Here is a glimpse into the research conducted in the Children’s Literature Unit, Newcastle University and CLUGG members this year.
Helen King: I’m writing up my PhD on the work and archive of Beverley Naidoo. She is a UK-based South African writer of novels and picture books, and her novels especially often have a political or social mission, narrating stories of apartheid, colonialism, and displacement. I’m interested in her construction of political childhoods, and her vision of the political potential of childhood reading. My research explores her published work, her collaborative creative process with children, reader responses to her novels, and her dialogues with her readers, which I use to theorise about the agency of children as both producers and consumers of children’s culture. I’m also interested in postcolonial and critical race approaches to children’s literature, trauma theory, and participatory research with children.
Karen Sands-O’Connor: I am the British Academy Global Professor for Children’s Literature, which is a fancy way of saying I got a grant to come here because I had some unique knowledge that could usefully contribute to Newcastle University, Seven Stories, and the nation in general. My research for the last 20 years has concentrated on the history of Black British children’s literature, mostly but not exclusively Afro-Caribbean children’s literature; and how the authors of this literature have written against, challenged, and contrasted with the images and stereotypes created during the British Empire. I’ve moved into policy work, trying to embed Black British children’s literature into book and literacy organisations across the country, including Seven Stories, the Youth Libraries Group, and the Centre for Literacy in Primary Education.
Lucy Pearson: I am a Senior Lecturer in Children’s Literature, arriving at Newcastle University in 2007, first as a PhD student and then as a member of staff. Throughout that time, I’ve worked closely with Seven Stories, and I’ve been lucky enough to work in their amazing archival resources throughout my career. This has been really important to my research: I am a book historian and am interested in how books are published, marketed and received. I’m currently working (very slowly) on a history of the Carnegie Award, considering how it has shaped ideas about quality children’s literature in the UK.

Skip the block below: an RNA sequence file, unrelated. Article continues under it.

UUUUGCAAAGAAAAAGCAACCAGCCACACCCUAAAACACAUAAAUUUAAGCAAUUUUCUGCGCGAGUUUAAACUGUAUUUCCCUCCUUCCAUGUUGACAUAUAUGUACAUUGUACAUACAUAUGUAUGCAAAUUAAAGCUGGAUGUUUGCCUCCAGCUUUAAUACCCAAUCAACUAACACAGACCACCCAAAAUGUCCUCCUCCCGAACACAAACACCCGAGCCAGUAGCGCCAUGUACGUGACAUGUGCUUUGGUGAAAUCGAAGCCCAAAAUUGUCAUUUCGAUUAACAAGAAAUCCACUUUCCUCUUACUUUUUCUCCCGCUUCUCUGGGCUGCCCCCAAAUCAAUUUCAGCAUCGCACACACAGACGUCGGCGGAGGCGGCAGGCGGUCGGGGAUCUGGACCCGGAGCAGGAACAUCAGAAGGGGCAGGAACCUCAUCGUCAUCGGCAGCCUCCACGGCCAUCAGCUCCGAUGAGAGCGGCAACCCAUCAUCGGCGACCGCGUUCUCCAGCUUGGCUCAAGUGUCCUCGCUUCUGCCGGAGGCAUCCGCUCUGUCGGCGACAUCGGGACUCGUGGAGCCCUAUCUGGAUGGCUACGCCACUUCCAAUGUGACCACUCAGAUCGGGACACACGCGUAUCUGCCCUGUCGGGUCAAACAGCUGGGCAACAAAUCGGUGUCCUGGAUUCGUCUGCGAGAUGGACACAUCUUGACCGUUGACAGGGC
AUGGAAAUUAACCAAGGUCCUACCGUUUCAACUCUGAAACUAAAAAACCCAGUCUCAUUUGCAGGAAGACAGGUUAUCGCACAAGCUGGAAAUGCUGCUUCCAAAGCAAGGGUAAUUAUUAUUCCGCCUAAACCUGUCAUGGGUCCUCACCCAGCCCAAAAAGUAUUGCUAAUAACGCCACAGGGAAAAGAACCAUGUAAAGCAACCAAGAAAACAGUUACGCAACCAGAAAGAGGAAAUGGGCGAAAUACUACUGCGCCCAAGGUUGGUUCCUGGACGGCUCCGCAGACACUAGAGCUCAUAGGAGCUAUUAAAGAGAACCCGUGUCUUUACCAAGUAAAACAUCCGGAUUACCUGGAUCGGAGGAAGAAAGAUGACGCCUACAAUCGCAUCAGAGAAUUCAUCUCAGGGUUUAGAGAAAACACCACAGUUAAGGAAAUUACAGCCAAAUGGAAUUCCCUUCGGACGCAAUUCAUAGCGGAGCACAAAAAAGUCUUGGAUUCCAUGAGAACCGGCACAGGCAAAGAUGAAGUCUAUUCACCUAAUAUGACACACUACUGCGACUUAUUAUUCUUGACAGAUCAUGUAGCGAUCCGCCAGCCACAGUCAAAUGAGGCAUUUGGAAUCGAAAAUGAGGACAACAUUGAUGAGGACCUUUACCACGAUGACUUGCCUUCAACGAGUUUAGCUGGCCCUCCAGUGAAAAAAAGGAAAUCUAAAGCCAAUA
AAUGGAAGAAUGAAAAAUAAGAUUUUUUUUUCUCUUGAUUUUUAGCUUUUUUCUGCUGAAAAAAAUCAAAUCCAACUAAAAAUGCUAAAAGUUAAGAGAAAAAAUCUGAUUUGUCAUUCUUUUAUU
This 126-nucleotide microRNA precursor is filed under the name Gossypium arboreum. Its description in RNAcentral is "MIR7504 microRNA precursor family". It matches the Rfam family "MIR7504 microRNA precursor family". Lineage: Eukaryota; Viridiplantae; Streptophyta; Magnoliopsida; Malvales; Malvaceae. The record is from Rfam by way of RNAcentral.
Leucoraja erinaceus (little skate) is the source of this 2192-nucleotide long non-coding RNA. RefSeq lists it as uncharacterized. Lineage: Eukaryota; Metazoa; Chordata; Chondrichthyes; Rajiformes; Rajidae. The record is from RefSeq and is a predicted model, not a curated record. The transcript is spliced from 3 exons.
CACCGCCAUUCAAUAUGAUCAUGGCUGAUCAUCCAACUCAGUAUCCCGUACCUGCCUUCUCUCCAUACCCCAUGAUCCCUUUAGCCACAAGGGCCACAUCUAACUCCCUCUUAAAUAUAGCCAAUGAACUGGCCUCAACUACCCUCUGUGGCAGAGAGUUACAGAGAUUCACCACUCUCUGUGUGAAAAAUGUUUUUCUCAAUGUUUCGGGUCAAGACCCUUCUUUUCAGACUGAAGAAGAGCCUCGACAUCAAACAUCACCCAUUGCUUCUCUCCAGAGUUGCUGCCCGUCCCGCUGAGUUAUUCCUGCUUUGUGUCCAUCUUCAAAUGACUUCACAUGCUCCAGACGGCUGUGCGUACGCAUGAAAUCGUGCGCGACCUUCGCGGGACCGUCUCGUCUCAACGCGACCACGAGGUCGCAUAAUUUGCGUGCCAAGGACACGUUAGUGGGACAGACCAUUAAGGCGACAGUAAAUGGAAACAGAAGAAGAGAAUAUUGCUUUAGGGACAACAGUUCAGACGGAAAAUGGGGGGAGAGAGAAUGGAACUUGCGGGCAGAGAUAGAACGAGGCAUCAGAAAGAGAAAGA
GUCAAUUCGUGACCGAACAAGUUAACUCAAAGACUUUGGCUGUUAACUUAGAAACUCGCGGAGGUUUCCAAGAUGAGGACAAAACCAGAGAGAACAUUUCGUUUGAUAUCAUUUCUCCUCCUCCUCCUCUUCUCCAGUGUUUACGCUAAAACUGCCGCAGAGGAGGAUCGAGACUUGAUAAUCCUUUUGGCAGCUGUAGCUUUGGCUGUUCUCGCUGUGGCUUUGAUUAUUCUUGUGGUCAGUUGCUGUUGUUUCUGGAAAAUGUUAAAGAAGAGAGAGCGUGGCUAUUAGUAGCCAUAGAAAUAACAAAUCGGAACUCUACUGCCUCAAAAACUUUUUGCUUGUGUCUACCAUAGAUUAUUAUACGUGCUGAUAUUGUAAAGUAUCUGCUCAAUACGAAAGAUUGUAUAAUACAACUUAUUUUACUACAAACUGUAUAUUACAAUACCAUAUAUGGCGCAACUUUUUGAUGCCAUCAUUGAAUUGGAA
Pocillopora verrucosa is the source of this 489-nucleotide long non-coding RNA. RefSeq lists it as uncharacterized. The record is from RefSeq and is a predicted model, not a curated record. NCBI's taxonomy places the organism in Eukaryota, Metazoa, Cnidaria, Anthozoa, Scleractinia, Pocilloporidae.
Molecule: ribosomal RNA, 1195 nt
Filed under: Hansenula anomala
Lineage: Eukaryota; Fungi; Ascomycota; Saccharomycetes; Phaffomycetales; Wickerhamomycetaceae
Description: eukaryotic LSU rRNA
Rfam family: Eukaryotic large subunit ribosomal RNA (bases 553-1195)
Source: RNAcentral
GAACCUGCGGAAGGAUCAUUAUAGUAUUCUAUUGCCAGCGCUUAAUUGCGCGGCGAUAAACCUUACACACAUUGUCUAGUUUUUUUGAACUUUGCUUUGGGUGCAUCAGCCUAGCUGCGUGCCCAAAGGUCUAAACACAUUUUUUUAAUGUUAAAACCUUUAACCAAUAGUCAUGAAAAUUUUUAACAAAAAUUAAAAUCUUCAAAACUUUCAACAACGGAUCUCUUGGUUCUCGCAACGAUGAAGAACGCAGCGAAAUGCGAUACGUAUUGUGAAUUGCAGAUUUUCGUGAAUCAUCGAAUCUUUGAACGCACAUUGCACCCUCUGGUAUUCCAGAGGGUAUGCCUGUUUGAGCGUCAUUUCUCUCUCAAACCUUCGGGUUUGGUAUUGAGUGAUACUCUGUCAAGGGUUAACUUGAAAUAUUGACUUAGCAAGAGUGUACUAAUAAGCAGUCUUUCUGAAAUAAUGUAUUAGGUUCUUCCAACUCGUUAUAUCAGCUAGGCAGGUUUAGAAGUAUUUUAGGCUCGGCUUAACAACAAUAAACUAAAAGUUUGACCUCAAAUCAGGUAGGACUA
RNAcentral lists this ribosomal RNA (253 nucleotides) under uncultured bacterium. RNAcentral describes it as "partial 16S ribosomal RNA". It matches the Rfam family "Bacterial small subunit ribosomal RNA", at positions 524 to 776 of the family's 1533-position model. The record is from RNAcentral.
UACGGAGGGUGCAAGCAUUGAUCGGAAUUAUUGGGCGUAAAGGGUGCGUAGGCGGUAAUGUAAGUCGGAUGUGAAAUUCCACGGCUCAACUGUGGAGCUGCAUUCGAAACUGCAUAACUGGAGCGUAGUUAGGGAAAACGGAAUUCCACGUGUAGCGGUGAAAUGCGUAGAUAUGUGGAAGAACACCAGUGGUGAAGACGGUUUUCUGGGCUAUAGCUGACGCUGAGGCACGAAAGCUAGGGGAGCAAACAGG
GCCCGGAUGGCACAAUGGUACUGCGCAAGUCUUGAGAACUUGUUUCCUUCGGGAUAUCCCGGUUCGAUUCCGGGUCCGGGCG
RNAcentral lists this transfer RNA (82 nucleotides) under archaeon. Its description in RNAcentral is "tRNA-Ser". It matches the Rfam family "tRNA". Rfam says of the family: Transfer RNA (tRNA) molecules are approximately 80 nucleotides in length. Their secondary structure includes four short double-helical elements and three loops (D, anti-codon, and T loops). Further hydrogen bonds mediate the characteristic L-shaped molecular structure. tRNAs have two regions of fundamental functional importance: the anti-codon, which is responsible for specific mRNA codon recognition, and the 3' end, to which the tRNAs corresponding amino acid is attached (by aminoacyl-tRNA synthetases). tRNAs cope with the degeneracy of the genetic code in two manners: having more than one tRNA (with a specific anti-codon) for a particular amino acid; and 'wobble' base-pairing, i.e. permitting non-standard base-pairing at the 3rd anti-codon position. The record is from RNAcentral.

Devika Mehra: I am a postdoctoral research associate working on the archives of Grace Nichols, John Agard, Grace Hallworth, and Valerie Bloom held at Seven Stories. The second part of my project deals with analysis of representation and diversity in Carnegie-Kate Greenaway medals and the shadowing process. What I love most about my work at Newcastle University is the opportunity for collaborative knowledge exchange work with external partners such as Seven Stories and the Youth Libraries Group. My research looks at the constructions of marginalised childhood/s and the child-signifier in contemporary global and South Asian children’s literature, archival study, contemporary Black British and minority ethnic literature for children, Western and South Asian media and film cultures for children.
Jo Yuanyuan Zhou: I am a PhD student here in Newcastle University for one year as part of my PhD programme. After 7 years of teaching in higher education in China, I am interested in Chinese children’s literature and childhood study and its relation to the world children’s literature, especially in the UK, America and East Asia. I am working on the comparative study of translated Chinese children’s books and mainstream publications in the UK in terms of family stories/genre. Also, another work that I have planned to do is to research how children’s agency is developed in China and the UK social contexts, and how it is presented in literary books and movies after the 1970s.
Megan Adams: I am an MLitt student currently writing my dissertation on how blindness and visual impairment is presented in children’s literature for which I was awarded an IRSCL research grant. I am interested in all aspects of literary disability studies and hope to continue my research into a PhD at some point.
Stephanie Lyttle: I am a part-time PhD student in Creative Writing, researching bisexuality and magic in recent YA Fantasy novels. The creative component of my thesis is an original YA fantasy novel. The first books I ever read were Rod Campbell’s Dear Zoo and Pat Hutchins’ Don’t Forget the Bacon (and I still recommend them both!).
Emily Murphy: I am a Lecturer in Children’s Literature at Newcastle University (UK), with research interests in international children’s literature, childhood studies, and global citizenship education. My monograph, Growing Up with America: Youth, Myth, and National Identity, 1945 to Present (University of Georgia Press, 2020), was the winner of the 2021 International Research Society for Children’s Literature Book Award. The book explores the role of the figure of the adolescent in challenging national myths about U.S. identity, and looks at both canonical American novels and young adult fiction, including Vladimir Nabokov’s Lolita and M.T. Anderson’s Feed, to support its argument. I have published essays in The Lion and the Unicorn, Children’s Literature Association Quarterly, and Jeunesse, and my work also appears in Prizing in Children’s Literature (ed. Kenneth Kidd and Joseph Thomas) and Connecting Childhood and Old Age in Popular Media (ed. Vanessa Joosen). Currently, I am working on a new book project entitled The Anarchy of Children’s Archives: Children’s Literature and Global Citizenship Education in the American Century, for which I have received multiple travel grants to conduct research in some of the top special collections in children’s literature.